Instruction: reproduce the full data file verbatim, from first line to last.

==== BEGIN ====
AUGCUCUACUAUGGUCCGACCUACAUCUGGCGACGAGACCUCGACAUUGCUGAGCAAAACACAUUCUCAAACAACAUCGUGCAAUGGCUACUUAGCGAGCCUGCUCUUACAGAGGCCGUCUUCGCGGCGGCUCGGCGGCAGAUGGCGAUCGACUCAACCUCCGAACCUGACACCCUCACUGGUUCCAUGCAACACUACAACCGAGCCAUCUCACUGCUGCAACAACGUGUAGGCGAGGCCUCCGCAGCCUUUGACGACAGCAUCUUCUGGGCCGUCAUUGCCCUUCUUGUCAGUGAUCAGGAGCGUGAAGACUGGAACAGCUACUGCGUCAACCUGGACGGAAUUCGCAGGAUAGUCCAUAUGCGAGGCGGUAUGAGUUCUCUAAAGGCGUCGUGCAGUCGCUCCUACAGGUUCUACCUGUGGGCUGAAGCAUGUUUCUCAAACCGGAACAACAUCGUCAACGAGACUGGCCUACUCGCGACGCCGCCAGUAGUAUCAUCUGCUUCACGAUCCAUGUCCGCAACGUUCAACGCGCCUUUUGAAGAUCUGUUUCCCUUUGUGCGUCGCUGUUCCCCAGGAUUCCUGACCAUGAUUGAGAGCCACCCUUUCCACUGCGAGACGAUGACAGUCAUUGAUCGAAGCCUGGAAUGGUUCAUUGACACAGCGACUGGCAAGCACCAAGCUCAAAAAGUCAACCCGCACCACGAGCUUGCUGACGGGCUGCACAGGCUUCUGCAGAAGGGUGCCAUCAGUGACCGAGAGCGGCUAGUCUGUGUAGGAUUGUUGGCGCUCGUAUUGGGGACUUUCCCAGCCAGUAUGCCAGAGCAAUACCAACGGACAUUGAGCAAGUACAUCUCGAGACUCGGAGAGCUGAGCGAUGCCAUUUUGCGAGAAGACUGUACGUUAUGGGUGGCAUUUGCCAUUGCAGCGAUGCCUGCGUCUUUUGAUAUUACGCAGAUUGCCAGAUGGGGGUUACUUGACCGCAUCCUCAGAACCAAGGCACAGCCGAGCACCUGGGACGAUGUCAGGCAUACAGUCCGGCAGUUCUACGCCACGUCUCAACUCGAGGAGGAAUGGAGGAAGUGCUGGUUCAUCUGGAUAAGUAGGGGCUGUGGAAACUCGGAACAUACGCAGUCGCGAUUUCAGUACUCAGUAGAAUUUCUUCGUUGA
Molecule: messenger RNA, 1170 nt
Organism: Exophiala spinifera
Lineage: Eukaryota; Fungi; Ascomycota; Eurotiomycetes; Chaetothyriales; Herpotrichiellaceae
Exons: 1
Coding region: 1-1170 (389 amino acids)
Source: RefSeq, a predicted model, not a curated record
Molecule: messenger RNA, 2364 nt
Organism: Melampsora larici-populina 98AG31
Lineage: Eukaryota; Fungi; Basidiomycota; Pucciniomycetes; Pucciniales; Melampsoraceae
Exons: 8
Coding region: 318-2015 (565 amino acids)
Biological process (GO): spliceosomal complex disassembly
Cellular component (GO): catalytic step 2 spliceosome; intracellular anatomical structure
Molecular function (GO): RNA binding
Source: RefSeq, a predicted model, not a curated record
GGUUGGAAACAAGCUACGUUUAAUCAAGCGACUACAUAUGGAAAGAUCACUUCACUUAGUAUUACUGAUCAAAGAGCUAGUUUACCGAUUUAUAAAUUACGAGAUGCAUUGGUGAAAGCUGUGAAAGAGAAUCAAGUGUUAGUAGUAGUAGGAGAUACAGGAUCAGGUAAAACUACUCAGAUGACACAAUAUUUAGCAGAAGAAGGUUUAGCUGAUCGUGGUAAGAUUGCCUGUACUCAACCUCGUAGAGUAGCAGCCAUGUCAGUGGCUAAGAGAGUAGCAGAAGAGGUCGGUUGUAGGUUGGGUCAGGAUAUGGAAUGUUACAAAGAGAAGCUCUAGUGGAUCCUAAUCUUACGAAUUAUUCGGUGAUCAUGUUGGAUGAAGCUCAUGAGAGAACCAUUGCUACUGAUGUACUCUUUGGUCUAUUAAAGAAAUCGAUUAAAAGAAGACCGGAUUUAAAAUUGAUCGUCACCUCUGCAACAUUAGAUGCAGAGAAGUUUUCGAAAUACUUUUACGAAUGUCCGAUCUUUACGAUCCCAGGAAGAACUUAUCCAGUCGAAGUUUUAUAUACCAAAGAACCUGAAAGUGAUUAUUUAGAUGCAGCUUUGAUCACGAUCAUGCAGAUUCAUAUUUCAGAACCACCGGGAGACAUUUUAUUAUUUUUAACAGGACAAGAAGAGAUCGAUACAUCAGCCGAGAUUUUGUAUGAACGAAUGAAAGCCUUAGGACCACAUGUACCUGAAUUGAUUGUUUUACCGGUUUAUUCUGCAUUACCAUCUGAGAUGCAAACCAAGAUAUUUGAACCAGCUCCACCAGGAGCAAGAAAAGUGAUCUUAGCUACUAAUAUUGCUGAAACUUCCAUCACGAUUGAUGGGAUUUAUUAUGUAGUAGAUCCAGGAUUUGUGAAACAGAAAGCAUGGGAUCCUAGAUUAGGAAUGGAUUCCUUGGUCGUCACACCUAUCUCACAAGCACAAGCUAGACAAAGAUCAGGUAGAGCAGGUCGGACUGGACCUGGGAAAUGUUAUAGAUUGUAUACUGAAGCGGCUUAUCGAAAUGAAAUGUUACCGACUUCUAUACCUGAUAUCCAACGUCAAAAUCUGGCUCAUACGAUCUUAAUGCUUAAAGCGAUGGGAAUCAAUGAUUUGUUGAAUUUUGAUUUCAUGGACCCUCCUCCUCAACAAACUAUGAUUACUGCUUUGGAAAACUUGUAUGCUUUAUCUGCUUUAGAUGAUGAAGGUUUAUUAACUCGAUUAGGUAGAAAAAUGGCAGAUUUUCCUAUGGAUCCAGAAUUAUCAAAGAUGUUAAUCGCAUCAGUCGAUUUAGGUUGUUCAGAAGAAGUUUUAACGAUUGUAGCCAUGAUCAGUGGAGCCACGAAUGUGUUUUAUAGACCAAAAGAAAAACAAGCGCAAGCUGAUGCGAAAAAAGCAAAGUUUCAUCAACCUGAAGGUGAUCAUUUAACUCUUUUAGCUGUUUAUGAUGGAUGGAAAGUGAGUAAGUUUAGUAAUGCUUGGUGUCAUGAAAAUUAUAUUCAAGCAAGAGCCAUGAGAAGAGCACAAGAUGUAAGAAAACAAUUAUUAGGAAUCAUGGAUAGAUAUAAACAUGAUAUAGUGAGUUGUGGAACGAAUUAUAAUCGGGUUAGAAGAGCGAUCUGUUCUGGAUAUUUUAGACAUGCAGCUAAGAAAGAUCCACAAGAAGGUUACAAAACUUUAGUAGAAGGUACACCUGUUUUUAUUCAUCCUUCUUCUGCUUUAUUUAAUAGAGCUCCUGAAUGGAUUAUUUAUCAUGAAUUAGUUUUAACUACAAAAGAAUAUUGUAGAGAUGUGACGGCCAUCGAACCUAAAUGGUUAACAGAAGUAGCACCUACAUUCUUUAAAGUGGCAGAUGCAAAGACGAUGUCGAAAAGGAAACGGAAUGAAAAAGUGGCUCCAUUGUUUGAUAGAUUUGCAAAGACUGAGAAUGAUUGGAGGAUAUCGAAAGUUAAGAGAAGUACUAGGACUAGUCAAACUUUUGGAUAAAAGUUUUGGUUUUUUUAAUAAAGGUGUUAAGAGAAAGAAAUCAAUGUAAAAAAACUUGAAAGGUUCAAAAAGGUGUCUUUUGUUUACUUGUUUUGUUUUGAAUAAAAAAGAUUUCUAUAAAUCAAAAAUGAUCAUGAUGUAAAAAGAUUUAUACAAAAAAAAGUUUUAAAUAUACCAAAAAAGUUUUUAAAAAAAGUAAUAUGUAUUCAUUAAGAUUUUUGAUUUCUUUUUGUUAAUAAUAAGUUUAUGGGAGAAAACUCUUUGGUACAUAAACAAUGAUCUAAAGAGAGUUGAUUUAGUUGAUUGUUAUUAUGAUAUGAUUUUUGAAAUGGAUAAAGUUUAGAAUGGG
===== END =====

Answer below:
AUGCUCUACUAUGGUCCGACCUACAUCUGGCGACGAGACCUCGACAUUGCUGAGCAAAACACAUUCUCAAACAACAUCGUGCAAUGGCUACUUAGCGAGCCUGCUCUUACAGAGGCCGUCUUCGCGGCGGCUCGGCGGCAGAUGGCGAUCGACUCAACCUCCGAACCUGACACCCUCACUGGUUCCAUGCAACACUACAACCGAGCCAUCUCACUGCUGCAACAACGUGUAGGCGAGGCCUCCGCAGCCUUUGACGACAGCAUCUUCUGGGCCGUCAUUGCCCUUCUUGUCAGUGAUCAGGAGCGUGAAGACUGGAACAGCUACUGCGUCAACCUGGACGGAAUUCGCAGGAUAGUCCAUAUGCGAGGCGGUAUGAGUUCUCUAAAGGCGUCGUGCAGUCGCUCCUACAGGUUCUACCUGUGGGCUGAAGCAUGUUUCUCAAACCGGAACAACAUCGUCAACGAGACUGGCCUACUCGCGACGCCGCCAGUAGUAUCAUCUGCUUCACGAUCCAUGUCCGCAACGUUCAACGCGCCUUUUGAAGAUCUGUUUCCCUUUGUGCGUCGCUGUUCCCCAGGAUUCCUGACCAUGAUUGAGAGCCACCCUUUCCACUGCGAGACGAUGACAGUCAUUGAUCGAAGCCUGGAAUGGUUCAUUGACACAGCGACUGGCAAGCACCAAGCUCAAAAAGUCAACCCGCACCACGAGCUUGCUGACGGGCUGCACAGGCUUCUGCAGAAGGGUGCCAUCAGUGACCGAGAGCGGCUAGUCUGUGUAGGAUUGUUGGCGCUCGUAUUGGGGACUUUCCCAGCCAGUAUGCCAGAGCAAUACCAACGGACAUUGAGCAAGUACAUCUCGAGACUCGGAGAGCUGAGCGAUGCCAUUUUGCGAGAAGACUGUACGUUAUGGGUGGCAUUUGCCAUUGCAGCGAUGCCUGCGUCUUUUGAUAUUACGCAGAUUGCCAGAUGGGGGUUACUUGACCGCAUCCUCAGAACCAAGGCACAGCCGAGCACCUGGGACGAUGUCAGGCAUACAGUCCGGCAGUUCUACGCCACGUCUCAACUCGAGGAGGAAUGGAGGAAGUGCUGGUUCAUCUGGAUAAGUAGGGGCUGUGGAAACUCGGAACAUACGCAGUCGCGAUUUCAGUACUCAGUAGAAUUUCUUCGUUGA
Molecule: messenger RNA, 1170 nt
Organism: Exophiala spinifera
Lineage: Eukaryota; Fungi; Ascomycota; Eurotiomycetes; Chaetothyriales; Herpotrichiellaceae
Exons: 1
Coding region: 1-1170 (389 amino acids)
Source: RefSeq, a predicted model, not a curated record
Molecule: messenger RNA, 2364 nt
Organism: Melampsora larici-populina 98AG31
Lineage: Eukaryota; Fungi; Basidiomycota; Pucciniomycetes; Pucciniales; Melampsoraceae
Exons: 8
Coding region: 318-2015 (565 amino acids)
Biological process (GO): spliceosomal complex disassembly
Cellular component (GO): catalytic step 2 spliceosome; intracellular anatomical structure
Molecular function (GO): RNA binding
Source: RefSeq, a predicted model, not a curated record
GGUUGGAAACAAGCUACGUUUAAUCAAGCGACUACAUAUGGAAAGAUCACUUCACUUAGUAUUACUGAUCAAAGAGCUAGUUUACCGAUUUAUAAAUUACGAGAUGCAUUGGUGAAAGCUGUGAAAGAGAAUCAAGUGUUAGUAGUAGUAGGAGAUACAGGAUCAGGUAAAACUACUCAGAUGACACAAUAUUUAGCAGAAGAAGGUUUAGCUGAUCGUGGUAAGAUUGCCUGUACUCAACCUCGUAGAGUAGCAGCCAUGUCAGUGGCUAAGAGAGUAGCAGAAGAGGUCGGUUGUAGGUUGGGUCAGGAUAUGGAAUGUUACAAAGAGAAGCUCUAGUGGAUCCUAAUCUUACGAAUUAUUCGGUGAUCAUGUUGGAUGAAGCUCAUGAGAGAACCAUUGCUACUGAUGUACUCUUUGGUCUAUUAAAGAAAUCGAUUAAAAGAAGACCGGAUUUAAAAUUGAUCGUCACCUCUGCAACAUUAGAUGCAGAGAAGUUUUCGAAAUACUUUUACGAAUGUCCGAUCUUUACGAUCCCAGGAAGAACUUAUCCAGUCGAAGUUUUAUAUACCAAAGAACCUGAAAGUGAUUAUUUAGAUGCAGCUUUGAUCACGAUCAUGCAGAUUCAUAUUUCAGAACCACCGGGAGACAUUUUAUUAUUUUUAACAGGACAAGAAGAGAUCGAUACAUCAGCCGAGAUUUUGUAUGAACGAAUGAAAGCCUUAGGACCACAUGUACCUGAAUUGAUUGUUUUACCGGUUUAUUCUGCAUUACCAUCUGAGAUGCAAACCAAGAUAUUUGAACCAGCUCCACCAGGAGCAAGAAAAGUGAUCUUAGCUACUAAUAUUGCUGAAACUUCCAUCACGAUUGAUGGGAUUUAUUAUGUAGUAGAUCCAGGAUUUGUGAAACAGAAAGCAUGGGAUCCUAGAUUAGGAAUGGAUUCCUUGGUCGUCACACCUAUCUCACAAGCACAAGCUAGACAAAGAUCAGGUAGAGCAGGUCGGACUGGACCUGGGAAAUGUUAUAGAUUGUAUACUGAAGCGGCUUAUCGAAAUGAAAUGUUACCGACUUCUAUACCUGAUAUCCAACGUCAAAAUCUGGCUCAUACGAUCUUAAUGCUUAAAGCGAUGGGAAUCAAUGAUUUGUUGAAUUUUGAUUUCAUGGACCCUCCUCCUCAACAAACUAUGAUUACUGCUUUGGAAAACUUGUAUGCUUUAUCUGCUUUAGAUGAUGAAGGUUUAUUAACUCGAUUAGGUAGAAAAAUGGCAGAUUUUCCUAUGGAUCCAGAAUUAUCAAAGAUGUUAAUCGCAUCAGUCGAUUUAGGUUGUUCAGAAGAAGUUUUAACGAUUGUAGCCAUGAUCAGUGGAGCCACGAAUGUGUUUUAUAGACCAAAAGAAAAACAAGCGCAAGCUGAUGCGAAAAAAGCAAAGUUUCAUCAACCUGAAGGUGAUCAUUUAACUCUUUUAGCUGUUUAUGAUGGAUGGAAAGUGAGUAAGUUUAGUAAUGCUUGGUGUCAUGAAAAUUAUAUUCAAGCAAGAGCCAUGAGAAGAGCACAAGAUGUAAGAAAACAAUUAUUAGGAAUCAUGGAUAGAUAUAAACAUGAUAUAGUGAGUUGUGGAACGAAUUAUAAUCGGGUUAGAAGAGCGAUCUGUUCUGGAUAUUUUAGACAUGCAGCUAAGAAAGAUCCACAAGAAGGUUACAAAACUUUAGUAGAAGGUACACCUGUUUUUAUUCAUCCUUCUUCUGCUUUAUUUAAUAGAGCUCCUGAAUGGAUUAUUUAUCAUGAAUUAGUUUUAACUACAAAAGAAUAUUGUAGAGAUGUGACGGCCAUCGAACCUAAAUGGUUAACAGAAGUAGCACCUACAUUCUUUAAAGUGGCAGAUGCAAAGACGAUGUCGAAAAGGAAACGGAAUGAAAAAGUGGCUCCAUUGUUUGAUAGAUUUGCAAAGACUGAGAAUGAUUGGAGGAUAUCGAAAGUUAAGAGAAGUACUAGGACUAGUCAAACUUUUGGAUAAAAGUUUUGGUUUUUUUAAUAAAGGUGUUAAGAGAAAGAAAUCAAUGUAAAAAAACUUGAAAGGUUCAAAAAGGUGUCUUUUGUUUACUUGUUUUGUUUUGAAUAAAAAAGAUUUCUAUAAAUCAAAAAUGAUCAUGAUGUAAAAAGAUUUAUACAAAAAAAAGUUUUAAAUAUACCAAAAAAGUUUUUAAAAAAAGUAAUAUGUAUUCAUUAAGAUUUUUGAUUUCUUUUUGUUAAUAAUAAGUUUAUGGGAGAAAACUCUUUGGUACAUAAACAAUGAUCUAAAGAGAGUUGAUUUAGUUGAUUGUUAUUAUGAUAUGAUUUUUGAAAUGGAUAAAGUUUAGAAUGGG